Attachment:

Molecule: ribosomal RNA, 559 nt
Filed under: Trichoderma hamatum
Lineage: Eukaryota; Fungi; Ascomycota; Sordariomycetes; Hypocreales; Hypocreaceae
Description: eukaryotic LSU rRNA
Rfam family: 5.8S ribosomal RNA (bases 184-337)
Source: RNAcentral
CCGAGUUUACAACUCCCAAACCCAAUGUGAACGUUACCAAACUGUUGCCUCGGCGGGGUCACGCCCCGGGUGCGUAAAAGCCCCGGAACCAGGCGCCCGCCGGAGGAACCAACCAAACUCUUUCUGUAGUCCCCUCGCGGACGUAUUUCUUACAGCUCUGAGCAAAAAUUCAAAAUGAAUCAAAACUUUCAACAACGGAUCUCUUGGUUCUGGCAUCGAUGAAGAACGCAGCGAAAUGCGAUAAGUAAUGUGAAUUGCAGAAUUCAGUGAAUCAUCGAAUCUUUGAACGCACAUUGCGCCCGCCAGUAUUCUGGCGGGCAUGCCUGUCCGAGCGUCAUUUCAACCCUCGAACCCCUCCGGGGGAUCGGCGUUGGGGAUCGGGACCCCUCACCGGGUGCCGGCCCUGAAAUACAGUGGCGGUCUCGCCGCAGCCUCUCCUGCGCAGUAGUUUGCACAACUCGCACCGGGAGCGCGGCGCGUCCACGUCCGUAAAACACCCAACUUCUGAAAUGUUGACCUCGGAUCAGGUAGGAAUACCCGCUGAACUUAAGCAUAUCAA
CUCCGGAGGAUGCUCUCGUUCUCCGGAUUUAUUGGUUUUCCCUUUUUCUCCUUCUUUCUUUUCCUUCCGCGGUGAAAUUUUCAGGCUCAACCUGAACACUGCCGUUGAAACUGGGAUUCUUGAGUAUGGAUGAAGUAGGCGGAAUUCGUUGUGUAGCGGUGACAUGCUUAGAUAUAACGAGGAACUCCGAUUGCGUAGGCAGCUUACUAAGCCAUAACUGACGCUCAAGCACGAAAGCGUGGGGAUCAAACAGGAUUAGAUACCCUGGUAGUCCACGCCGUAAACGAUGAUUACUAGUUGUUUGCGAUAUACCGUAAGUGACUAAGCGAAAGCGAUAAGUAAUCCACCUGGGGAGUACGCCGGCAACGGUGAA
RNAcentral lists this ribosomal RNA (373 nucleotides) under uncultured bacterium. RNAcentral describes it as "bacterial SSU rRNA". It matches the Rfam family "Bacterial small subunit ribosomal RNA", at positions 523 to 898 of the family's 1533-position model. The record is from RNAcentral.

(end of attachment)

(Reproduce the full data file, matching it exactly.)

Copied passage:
Molecule: ribosomal RNA, 559 nt
Filed under: Trichoderma hamatum
Lineage: Eukaryota; Fungi; Ascomycota; Sordariomycetes; Hypocreales; Hypocreaceae
Description: eukaryotic LSU rRNA
Rfam family: 5.8S ribosomal RNA (bases 184-337)
Source: RNAcentral
CCGAGUUUACAACUCCCAAACCCAAUGUGAACGUUACCAAACUGUUGCCUCGGCGGGGUCACGCCCCGGGUGCGUAAAAGCCCCGGAACCAGGCGCCCGCCGGAGGAACCAACCAAACUCUUUCUGUAGUCCCCUCGCGGACGUAUUUCUUACAGCUCUGAGCAAAAAUUCAAAAUGAAUCAAAACUUUCAACAACGGAUCUCUUGGUUCUGGCAUCGAUGAAGAACGCAGCGAAAUGCGAUAAGUAAUGUGAAUUGCAGAAUUCAGUGAAUCAUCGAAUCUUUGAACGCACAUUGCGCCCGCCAGUAUUCUGGCGGGCAUGCCUGUCCGAGCGUCAUUUCAACCCUCGAACCCCUCCGGGGGAUCGGCGUUGGGGAUCGGGACCCCUCACCGGGUGCCGGCCCUGAAAUACAGUGGCGGUCUCGCCGCAGCCUCUCCUGCGCAGUAGUUUGCACAACUCGCACCGGGAGCGCGGCGCGUCCACGUCCGUAAAACACCCAACUUCUGAAAUGUUGACCUCGGAUCAGGUAGGAAUACCCGCUGAACUUAAGCAUAUCAA
CUCCGGAGGAUGCUCUCGUUCUCCGGAUUUAUUGGUUUUCCCUUUUUCUCCUUCUUUCUUUUCCUUCCGCGGUGAAAUUUUCAGGCUCAACCUGAACACUGCCGUUGAAACUGGGAUUCUUGAGUAUGGAUGAAGUAGGCGGAAUUCGUUGUGUAGCGGUGACAUGCUUAGAUAUAACGAGGAACUCCGAUUGCGUAGGCAGCUUACUAAGCCAUAACUGACGCUCAAGCACGAAAGCGUGGGGAUCAAACAGGAUUAGAUACCCUGGUAGUCCACGCCGUAAACGAUGAUUACUAGUUGUUUGCGAUAUACCGUAAGUGACUAAGCGAAAGCGAUAAGUAAUCCACCUGGGGAGUACGCCGGCAACGGUGAA
RNAcentral lists this ribosomal RNA (373 nucleotides) under uncultured bacterium. RNAcentral describes it as "bacterial SSU rRNA". It matches the Rfam family "Bacterial small subunit ribosomal RNA", at positions 523 to 898 of the family's 1533-position model. The record is from RNAcentral.